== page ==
The only real way to know whether you are meeting your patients’ needs is to ask them. Many clinicians are hesitant to be so direct as to outright request a patient’s opinion of the services rendered. It’s far better to bite the proverbial bullet and find out what your patients think, so don’t be shy! You would surely prefer to know how to improve than to remain in the dark.

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There are several ways to collect patient feedback in an organised manner. Try these:

  • Give receptionists a concise list of open-ended questions to ask
  • Develop email templates to send out after appointments
  • Separate feedback forms into categories, e.g. reception, doctor’s office
  • Make it easy for patients by giving links to online forms
  • Use buttons and drop-down lists to make data entry simple
  • Encourage constructive criticism, e.g. preferred solutions

It goes without saying that you should act upon any reasonable feedback if at all possible. Aside from making such improvements, it’s crucial that your patients, both existing and prospective, realise that you have made specific changes based solely on recommendations. Even in the case of negative feedback, you may still retain the patients in question by showing that you have listened and learned.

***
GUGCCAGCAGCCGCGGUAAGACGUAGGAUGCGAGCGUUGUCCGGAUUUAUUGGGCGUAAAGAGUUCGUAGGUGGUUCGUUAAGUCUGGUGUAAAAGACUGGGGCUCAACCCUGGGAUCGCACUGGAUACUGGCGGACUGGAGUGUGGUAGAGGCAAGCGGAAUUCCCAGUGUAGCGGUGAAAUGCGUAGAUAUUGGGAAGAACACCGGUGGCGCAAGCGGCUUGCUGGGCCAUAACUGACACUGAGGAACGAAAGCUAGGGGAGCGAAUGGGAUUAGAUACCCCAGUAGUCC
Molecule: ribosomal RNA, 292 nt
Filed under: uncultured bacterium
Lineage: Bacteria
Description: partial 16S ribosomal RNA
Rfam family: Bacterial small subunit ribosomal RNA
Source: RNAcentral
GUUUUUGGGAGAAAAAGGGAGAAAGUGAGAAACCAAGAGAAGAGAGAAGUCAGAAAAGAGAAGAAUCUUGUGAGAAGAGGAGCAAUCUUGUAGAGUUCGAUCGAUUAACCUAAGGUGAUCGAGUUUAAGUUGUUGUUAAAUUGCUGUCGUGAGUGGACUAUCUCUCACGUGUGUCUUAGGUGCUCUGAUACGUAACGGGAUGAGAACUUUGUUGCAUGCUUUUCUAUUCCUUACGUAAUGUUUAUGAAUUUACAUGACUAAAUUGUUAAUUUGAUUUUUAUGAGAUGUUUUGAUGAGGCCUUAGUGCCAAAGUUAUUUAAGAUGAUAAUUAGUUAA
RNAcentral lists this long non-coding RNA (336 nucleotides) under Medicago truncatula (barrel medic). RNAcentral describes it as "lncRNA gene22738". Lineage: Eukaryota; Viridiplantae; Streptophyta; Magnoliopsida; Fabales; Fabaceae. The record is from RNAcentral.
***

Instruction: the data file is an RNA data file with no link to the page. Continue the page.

To demonstrate to old and new patients alike that you have changed, use these steps:

  • Directly inform the patient who complained of what you have changed
  • Announce on your website what has changed
  • Explain on social media what you have done and why
  • Repeat that you are always open to criticism and desire to improve

Making the leap to a new practice management system can offer great benefits to your patients in terms of keeping them up to date with their latest appointments and your newest services. Take a proactive approach to patient engagement and do everything you can to get the most out of your new digital tools.

Take Home Checklist for Boosting Patient Engagement

1. Consult your colleagues before you make wholesale changes

2. Consider the patient experience as a whole, not just the clinical aspect

3. Remember that seemingly small matters are not always so insignificant

4. Automate your appointment confirmations and reminders

5. Use email and text messaging to boost attendance rates

6. Make your patient communications as attractive and informative as possible

7. Use colour-coded tags to identify and record patient subgroups

8. Run detailed reports to understand each aspect of your patient cohort

9. Tailor your engagement approach to individual patient types

10. Listen to your patients and actively request their feedback and constructive criticism